Thanks to good information given, I can now perform the highly technical function of posting multiple pictures at one time, so this will be a redo of the range report the other day.
This morning I said to hell with everything and went to the range. It was supposed to be partly cloudy and hot; it stayed overcast and cool with light winds the whole time I was out. With occasional rumbles of thunder and a few spits of rain; overall a great day for shooting. I took four rifles, one for fun, two for sighting in, and one for ammo testing.
One sighter was a Savage Scout Rifle. If you're not familiar with it, when the Scout Rifle concept was first getting a lot of attention Savage took their short action, gave it a 20" barrel, synthetic stock, forward scope base and a ghost ring rear sight with a front bead. It came in both .308 and .223 as I recall; mine's a .308, and came with three sling studs and a Ching sling. I bought it used a few years ago, and found a used Burris 3x scope for it. Overall it's a great rifle. The action is slick, the trigger is light and clean and it has quite acceptable accuracy with a variety of ammo. In this case I had found some Federal 168gr. Gold Medal Match ammo on sale a while back and got a box to try out. It consistently gave 1.25" groups out of this rifle today, quite acceptable. I've got some handloads that are about that tight, I may try some messing with the load/bullet and see what happens.
The only thing I'd change on this rifle is the front sight is a bead, and I'd make it a post. Otherwise? It doesn't have a fold-down bipod built into the forend, and it won't hold a spare mag in the butt like the Steyr; it also cost roughly $1200 less than the Steyr and from what I've heard gives equal levels of accuracy. I'm told Savage stopped making them for a while, but now they're available through the Custom Shop, so if you're looking for a rifle like this you might check it out.
The fun was a Mosin Nagant 91/30; a few months ago I made a new front sight pin so it would hit in the vicinity of the bull at 100 yards instead of a foot over. With Czech silvertip ball(7.62x45R) this thing will hold groups of 2-3" as long as I do my part. Not bad for an old veteran; it's marked as made in 1940, so as Kim says it's a commie rifle, but it may well have killed Nazi bastards so it balances out. I tried a few shots with the bayonet fixed, and that moved the groups about four inches down and three to the left. I take the bayonet as evidence that the Russians had some odd ideas and the Commies were just as bad; give someone a rifle with a 29.5" barrel, then give them a long damn bayonet and tell them to keep it fixed all the time. Jeez.
One of the sighting-in was a 1935 Turkish Mauser. Unlike most military bolt rifles, instead of shooting high this one shot way low, so I had to file and try on the front sight to get it on target. It finally got so short that I just raised the rear to the 200m mark to finish it off. Shoots fine otherwise. This one was fired with Turkish 8x57mm ammo(okay, 7.92x57 if you want to be picky), which throws a 150 grain bullet at about 2800fps. Hot stuff.
The last was the Martini 12/15 I bought a couple of years ago. After the results I got with the Model 12 I bought a couple of months ago, I wanted to try this one at 100 yards, so I took some Federal Lightning, Eley Sport, PMC Match Pistol, Federal Gold Medal Target and CCI Green Tag. The model 12 liked the Federal Lightning and Eley Sport above all; this one got the best results with the Lightning and the PMC Match Pistol, both giving 1.25 and 1.5" groups at 100 yards. It didn't like the Eley, it went into 3-4" groups. I'm still amazed at the results I get from the Lightning; it's the most inexpensive .22 ammo I know of, and shoots the best, or equal to any match ammo, in ALL my rifles of any ammo I've tried so far. Amazed, but happy.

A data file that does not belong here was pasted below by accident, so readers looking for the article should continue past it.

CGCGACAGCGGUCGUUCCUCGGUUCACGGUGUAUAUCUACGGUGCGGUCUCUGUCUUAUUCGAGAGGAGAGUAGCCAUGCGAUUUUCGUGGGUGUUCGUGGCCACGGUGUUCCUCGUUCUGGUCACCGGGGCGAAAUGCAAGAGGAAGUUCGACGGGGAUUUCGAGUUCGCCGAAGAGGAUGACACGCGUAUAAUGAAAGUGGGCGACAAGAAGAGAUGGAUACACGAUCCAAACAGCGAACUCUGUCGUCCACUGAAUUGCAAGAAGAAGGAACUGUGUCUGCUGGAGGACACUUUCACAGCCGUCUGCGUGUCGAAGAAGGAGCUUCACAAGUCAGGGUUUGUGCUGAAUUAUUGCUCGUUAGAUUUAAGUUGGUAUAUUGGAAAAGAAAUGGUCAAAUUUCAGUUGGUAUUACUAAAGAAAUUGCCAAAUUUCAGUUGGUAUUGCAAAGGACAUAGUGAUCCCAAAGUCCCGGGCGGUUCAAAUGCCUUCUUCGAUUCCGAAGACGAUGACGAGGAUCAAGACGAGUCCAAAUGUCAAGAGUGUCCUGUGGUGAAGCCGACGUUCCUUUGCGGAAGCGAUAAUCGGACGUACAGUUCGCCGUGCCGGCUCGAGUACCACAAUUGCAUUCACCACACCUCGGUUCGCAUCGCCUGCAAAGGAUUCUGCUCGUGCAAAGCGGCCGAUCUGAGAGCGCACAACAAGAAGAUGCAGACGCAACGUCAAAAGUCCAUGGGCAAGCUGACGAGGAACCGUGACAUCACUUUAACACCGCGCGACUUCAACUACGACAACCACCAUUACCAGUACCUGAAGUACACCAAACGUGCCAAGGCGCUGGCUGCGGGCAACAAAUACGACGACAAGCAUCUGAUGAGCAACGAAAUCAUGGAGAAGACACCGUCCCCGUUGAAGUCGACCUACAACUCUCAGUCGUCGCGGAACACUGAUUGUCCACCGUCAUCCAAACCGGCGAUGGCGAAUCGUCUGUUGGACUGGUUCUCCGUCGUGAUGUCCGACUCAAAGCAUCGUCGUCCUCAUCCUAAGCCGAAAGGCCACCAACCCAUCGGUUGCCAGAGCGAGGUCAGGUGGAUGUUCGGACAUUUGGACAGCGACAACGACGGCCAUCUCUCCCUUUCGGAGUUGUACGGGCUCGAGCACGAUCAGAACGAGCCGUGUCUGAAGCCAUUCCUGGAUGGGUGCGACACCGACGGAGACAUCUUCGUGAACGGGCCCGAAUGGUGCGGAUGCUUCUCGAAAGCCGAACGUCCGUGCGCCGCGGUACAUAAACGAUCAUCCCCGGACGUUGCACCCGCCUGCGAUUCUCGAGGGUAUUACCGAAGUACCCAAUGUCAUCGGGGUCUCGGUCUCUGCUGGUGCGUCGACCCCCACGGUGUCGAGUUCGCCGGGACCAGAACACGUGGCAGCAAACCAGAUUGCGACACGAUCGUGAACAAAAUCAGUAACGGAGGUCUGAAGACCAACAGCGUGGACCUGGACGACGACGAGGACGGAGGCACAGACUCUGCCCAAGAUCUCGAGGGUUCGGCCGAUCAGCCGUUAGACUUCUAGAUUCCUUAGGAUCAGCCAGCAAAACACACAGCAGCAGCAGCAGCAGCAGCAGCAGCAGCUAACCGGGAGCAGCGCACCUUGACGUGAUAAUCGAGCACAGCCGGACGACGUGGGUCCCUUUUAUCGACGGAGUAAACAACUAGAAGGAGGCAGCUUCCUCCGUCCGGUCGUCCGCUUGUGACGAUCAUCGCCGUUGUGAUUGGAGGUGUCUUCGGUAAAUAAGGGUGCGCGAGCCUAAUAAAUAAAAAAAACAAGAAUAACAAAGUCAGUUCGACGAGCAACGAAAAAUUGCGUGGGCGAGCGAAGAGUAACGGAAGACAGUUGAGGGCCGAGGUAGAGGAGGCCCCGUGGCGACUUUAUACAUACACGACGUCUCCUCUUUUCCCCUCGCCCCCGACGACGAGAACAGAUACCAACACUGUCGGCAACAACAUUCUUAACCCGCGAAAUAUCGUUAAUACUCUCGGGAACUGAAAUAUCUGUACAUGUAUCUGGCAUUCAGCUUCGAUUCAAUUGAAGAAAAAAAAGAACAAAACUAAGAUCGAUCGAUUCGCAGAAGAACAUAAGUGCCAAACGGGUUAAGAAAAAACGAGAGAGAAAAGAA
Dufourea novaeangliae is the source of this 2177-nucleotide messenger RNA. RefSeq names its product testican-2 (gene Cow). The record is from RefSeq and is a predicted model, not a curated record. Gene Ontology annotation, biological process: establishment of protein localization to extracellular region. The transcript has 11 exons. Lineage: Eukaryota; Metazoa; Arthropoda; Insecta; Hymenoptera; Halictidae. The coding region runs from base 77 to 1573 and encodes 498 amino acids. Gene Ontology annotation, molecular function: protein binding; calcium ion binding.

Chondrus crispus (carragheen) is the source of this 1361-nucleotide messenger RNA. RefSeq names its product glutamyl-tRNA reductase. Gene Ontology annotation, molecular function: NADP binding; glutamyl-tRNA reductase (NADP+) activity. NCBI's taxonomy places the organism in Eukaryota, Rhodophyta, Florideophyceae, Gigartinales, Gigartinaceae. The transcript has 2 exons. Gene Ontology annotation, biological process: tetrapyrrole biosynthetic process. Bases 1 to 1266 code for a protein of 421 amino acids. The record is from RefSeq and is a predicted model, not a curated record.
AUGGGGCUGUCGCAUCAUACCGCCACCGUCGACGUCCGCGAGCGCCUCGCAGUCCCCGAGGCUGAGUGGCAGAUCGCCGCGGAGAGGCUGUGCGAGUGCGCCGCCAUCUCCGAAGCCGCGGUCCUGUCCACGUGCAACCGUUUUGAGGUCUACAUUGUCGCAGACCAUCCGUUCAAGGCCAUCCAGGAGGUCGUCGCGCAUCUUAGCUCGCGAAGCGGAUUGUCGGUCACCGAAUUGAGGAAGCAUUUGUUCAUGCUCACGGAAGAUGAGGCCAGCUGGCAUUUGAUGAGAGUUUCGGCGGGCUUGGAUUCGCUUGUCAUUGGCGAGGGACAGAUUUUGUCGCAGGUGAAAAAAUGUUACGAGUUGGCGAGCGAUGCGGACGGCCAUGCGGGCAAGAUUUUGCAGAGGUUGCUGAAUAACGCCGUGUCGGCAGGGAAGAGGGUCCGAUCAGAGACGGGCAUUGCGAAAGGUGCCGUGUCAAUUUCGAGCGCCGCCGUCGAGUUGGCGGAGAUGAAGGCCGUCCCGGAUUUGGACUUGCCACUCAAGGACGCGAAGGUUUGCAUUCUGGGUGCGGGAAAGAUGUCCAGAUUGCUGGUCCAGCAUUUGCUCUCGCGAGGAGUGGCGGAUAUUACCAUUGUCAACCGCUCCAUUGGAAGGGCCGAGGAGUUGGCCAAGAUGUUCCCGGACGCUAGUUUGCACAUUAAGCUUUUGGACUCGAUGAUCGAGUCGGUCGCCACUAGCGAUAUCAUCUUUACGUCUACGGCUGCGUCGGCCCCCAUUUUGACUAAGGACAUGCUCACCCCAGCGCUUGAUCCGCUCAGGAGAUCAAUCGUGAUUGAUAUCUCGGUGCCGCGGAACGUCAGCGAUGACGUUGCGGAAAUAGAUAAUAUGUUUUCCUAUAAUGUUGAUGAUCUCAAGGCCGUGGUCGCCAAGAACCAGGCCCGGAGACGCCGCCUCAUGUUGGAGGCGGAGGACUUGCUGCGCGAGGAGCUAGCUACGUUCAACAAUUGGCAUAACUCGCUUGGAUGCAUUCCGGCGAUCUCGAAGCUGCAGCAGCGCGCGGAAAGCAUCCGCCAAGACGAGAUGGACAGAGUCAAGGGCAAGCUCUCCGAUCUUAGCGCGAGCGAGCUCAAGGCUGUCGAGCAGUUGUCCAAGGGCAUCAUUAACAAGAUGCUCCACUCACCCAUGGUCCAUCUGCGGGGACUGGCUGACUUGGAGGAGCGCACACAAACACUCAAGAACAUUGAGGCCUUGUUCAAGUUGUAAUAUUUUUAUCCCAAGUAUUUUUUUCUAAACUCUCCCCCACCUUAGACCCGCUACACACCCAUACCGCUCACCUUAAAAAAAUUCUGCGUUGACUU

If you're interested in things rimfire, one site you might check out is Rimfire Central; it's only about rimfire firearms, with sections on different brands and different ammo. This is where I got the idea to try the Match Pistol ammo, one guy mentioned that his rifle liked it above all else. Lots of good information on guns, ammo and modifications/accessories.
The one bad thing about the Nagant and Mauser is the ball ammo I used is corrosive primed, so as humid as it is they had to be cleaned today. If you're not familiar with this, the priming isn't actually corrosive, but when the stuff burns it leaves behind traces of chemical salts, and salts attract moisture, so... It's actually not that bad to clean; I picked up a couple of cans of GI bore cleaner at a show, this stuff was intended for corrosive priming cleaning, so it will flush out the salts that other cleaners won't. Then I hit the barrel/bolt face with either Sweet's or Corrosion-X; usually Sweet's since it contains ammonia, which also cuts any traces of salts left as well as cleaning any jacket fouling, then the CLP to protect the metal.
As an experiment one time I tried using Sweet's only; the ammo was listed as 'slightly corrosive', so I cleaned the bore and gas system with it, then dried it out and hit it with CLP. I watched it very closely for a few days, and no rust. I still use the GI stuff on the other surplus ammo first, just to be on the safe side.
Now, if you're interested in checking out the way the rest of that day went, you can read it here. Now if you'll excuse me, I've got a lot of crap to put away; besides the general mess I got two deliveries from UPS this afternoon, and I've got books to look over and ammo to put away. 'Bye now.